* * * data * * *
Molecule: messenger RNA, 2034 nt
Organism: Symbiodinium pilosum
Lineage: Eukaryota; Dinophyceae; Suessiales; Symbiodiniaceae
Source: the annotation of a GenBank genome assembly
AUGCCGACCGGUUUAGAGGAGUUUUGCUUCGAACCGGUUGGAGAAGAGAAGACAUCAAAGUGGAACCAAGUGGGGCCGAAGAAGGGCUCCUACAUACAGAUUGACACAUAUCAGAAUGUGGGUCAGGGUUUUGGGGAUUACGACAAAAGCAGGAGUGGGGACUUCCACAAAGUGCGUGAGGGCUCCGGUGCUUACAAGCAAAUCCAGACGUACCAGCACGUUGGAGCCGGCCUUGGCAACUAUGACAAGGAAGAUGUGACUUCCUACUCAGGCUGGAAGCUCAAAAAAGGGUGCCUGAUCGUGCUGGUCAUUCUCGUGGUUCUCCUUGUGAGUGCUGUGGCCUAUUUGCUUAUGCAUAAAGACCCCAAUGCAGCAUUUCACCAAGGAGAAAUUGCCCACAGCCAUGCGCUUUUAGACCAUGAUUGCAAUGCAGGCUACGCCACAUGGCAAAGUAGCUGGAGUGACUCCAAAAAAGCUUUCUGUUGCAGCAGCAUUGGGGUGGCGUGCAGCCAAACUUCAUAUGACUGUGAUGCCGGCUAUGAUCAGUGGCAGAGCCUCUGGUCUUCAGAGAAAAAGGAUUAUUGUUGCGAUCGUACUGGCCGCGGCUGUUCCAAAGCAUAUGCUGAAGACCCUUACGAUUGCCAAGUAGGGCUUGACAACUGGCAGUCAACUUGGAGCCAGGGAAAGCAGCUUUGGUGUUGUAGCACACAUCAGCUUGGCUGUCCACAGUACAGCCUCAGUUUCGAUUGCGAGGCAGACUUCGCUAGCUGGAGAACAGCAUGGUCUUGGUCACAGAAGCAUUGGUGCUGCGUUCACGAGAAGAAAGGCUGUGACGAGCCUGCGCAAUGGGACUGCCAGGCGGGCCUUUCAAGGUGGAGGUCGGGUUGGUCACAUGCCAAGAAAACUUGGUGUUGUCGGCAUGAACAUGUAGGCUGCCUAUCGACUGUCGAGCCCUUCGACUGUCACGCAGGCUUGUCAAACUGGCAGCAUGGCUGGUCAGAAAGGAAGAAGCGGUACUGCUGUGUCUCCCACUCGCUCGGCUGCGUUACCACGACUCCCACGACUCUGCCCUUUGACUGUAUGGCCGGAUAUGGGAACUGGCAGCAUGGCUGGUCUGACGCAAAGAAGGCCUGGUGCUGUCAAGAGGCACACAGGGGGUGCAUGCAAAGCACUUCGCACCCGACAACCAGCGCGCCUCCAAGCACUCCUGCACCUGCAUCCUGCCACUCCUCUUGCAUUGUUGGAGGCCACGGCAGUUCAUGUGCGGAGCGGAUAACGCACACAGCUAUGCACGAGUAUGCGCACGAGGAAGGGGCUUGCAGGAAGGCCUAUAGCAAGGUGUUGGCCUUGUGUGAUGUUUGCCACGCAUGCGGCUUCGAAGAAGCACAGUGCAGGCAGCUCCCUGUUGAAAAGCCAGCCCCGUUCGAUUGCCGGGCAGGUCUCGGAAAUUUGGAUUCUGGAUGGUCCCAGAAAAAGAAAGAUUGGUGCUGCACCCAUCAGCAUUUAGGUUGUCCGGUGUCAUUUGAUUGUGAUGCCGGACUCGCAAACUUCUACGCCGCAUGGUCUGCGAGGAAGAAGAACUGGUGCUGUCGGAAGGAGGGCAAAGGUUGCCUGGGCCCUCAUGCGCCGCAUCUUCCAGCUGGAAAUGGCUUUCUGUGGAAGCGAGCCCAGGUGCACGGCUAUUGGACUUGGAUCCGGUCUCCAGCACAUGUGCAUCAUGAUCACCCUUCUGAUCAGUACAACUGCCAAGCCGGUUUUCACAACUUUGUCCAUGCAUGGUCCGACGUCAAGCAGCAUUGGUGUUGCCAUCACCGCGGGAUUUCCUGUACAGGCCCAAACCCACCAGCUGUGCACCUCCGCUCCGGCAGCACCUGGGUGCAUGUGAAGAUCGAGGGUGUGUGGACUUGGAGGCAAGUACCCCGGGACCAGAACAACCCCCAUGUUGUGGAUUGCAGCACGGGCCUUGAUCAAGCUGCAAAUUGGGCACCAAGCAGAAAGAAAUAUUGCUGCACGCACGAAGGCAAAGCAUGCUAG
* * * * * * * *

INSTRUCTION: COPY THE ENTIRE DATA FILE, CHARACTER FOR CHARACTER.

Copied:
Molecule: messenger RNA, 2034 nt
Organism: Symbiodinium pilosum
Lineage: Eukaryota; Dinophyceae; Suessiales; Symbiodiniaceae
Source: the annotation of a GenBank genome assembly
AUGCCGACCGGUUUAGAGGAGUUUUGCUUCGAACCGGUUGGAGAAGAGAAGACAUCAAAGUGGAACCAAGUGGGGCCGAAGAAGGGCUCCUACAUACAGAUUGACACAUAUCAGAAUGUGGGUCAGGGUUUUGGGGAUUACGACAAAAGCAGGAGUGGGGACUUCCACAAAGUGCGUGAGGGCUCCGGUGCUUACAAGCAAAUCCAGACGUACCAGCACGUUGGAGCCGGCCUUGGCAACUAUGACAAGGAAGAUGUGACUUCCUACUCAGGCUGGAAGCUCAAAAAAGGGUGCCUGAUCGUGCUGGUCAUUCUCGUGGUUCUCCUUGUGAGUGCUGUGGCCUAUUUGCUUAUGCAUAAAGACCCCAAUGCAGCAUUUCACCAAGGAGAAAUUGCCCACAGCCAUGCGCUUUUAGACCAUGAUUGCAAUGCAGGCUACGCCACAUGGCAAAGUAGCUGGAGUGACUCCAAAAAAGCUUUCUGUUGCAGCAGCAUUGGGGUGGCGUGCAGCCAAACUUCAUAUGACUGUGAUGCCGGCUAUGAUCAGUGGCAGAGCCUCUGGUCUUCAGAGAAAAAGGAUUAUUGUUGCGAUCGUACUGGCCGCGGCUGUUCCAAAGCAUAUGCUGAAGACCCUUACGAUUGCCAAGUAGGGCUUGACAACUGGCAGUCAACUUGGAGCCAGGGAAAGCAGCUUUGGUGUUGUAGCACACAUCAGCUUGGCUGUCCACAGUACAGCCUCAGUUUCGAUUGCGAGGCAGACUUCGCUAGCUGGAGAACAGCAUGGUCUUGGUCACAGAAGCAUUGGUGCUGCGUUCACGAGAAGAAAGGCUGUGACGAGCCUGCGCAAUGGGACUGCCAGGCGGGCCUUUCAAGGUGGAGGUCGGGUUGGUCACAUGCCAAGAAAACUUGGUGUUGUCGGCAUGAACAUGUAGGCUGCCUAUCGACUGUCGAGCCCUUCGACUGUCACGCAGGCUUGUCAAACUGGCAGCAUGGCUGGUCAGAAAGGAAGAAGCGGUACUGCUGUGUCUCCCACUCGCUCGGCUGCGUUACCACGACUCCCACGACUCUGCCCUUUGACUGUAUGGCCGGAUAUGGGAACUGGCAGCAUGGCUGGUCUGACGCAAAGAAGGCCUGGUGCUGUCAAGAGGCACACAGGGGGUGCAUGCAAAGCACUUCGCACCCGACAACCAGCGCGCCUCCAAGCACUCCUGCACCUGCAUCCUGCCACUCCUCUUGCAUUGUUGGAGGCCACGGCAGUUCAUGUGCGGAGCGGAUAACGCACACAGCUAUGCACGAGUAUGCGCACGAGGAAGGGGCUUGCAGGAAGGCCUAUAGCAAGGUGUUGGCCUUGUGUGAUGUUUGCCACGCAUGCGGCUUCGAAGAAGCACAGUGCAGGCAGCUCCCUGUUGAAAAGCCAGCCCCGUUCGAUUGCCGGGCAGGUCUCGGAAAUUUGGAUUCUGGAUGGUCCCAGAAAAAGAAAGAUUGGUGCUGCACCCAUCAGCAUUUAGGUUGUCCGGUGUCAUUUGAUUGUGAUGCCGGACUCGCAAACUUCUACGCCGCAUGGUCUGCGAGGAAGAAGAACUGGUGCUGUCGGAAGGAGGGCAAAGGUUGCCUGGGCCCUCAUGCGCCGCAUCUUCCAGCUGGAAAUGGCUUUCUGUGGAAGCGAGCCCAGGUGCACGGCUAUUGGACUUGGAUCCGGUCUCCAGCACAUGUGCAUCAUGAUCACCCUUCUGAUCAGUACAACUGCCAAGCCGGUUUUCACAACUUUGUCCAUGCAUGGUCCGACGUCAAGCAGCAUUGGUGUUGCCAUCACCGCGGGAUUUCCUGUACAGGCCCAAACCCACCAGCUGUGCACCUCCGCUCCGGCAGCACCUGGGUGCAUGUGAAGAUCGAGGGUGUGUGGACUUGGAGGCAAGUACCCCGGGACCAGAACAACCCCCAUGUUGUGGAUUGCAGCACGGGCCUUGAUCAAGCUGCAAAUUGGGCACCAAGCAGAAAGAAAUAUUGCUGCACGCACGAAGGCAAAGCAUGCUAG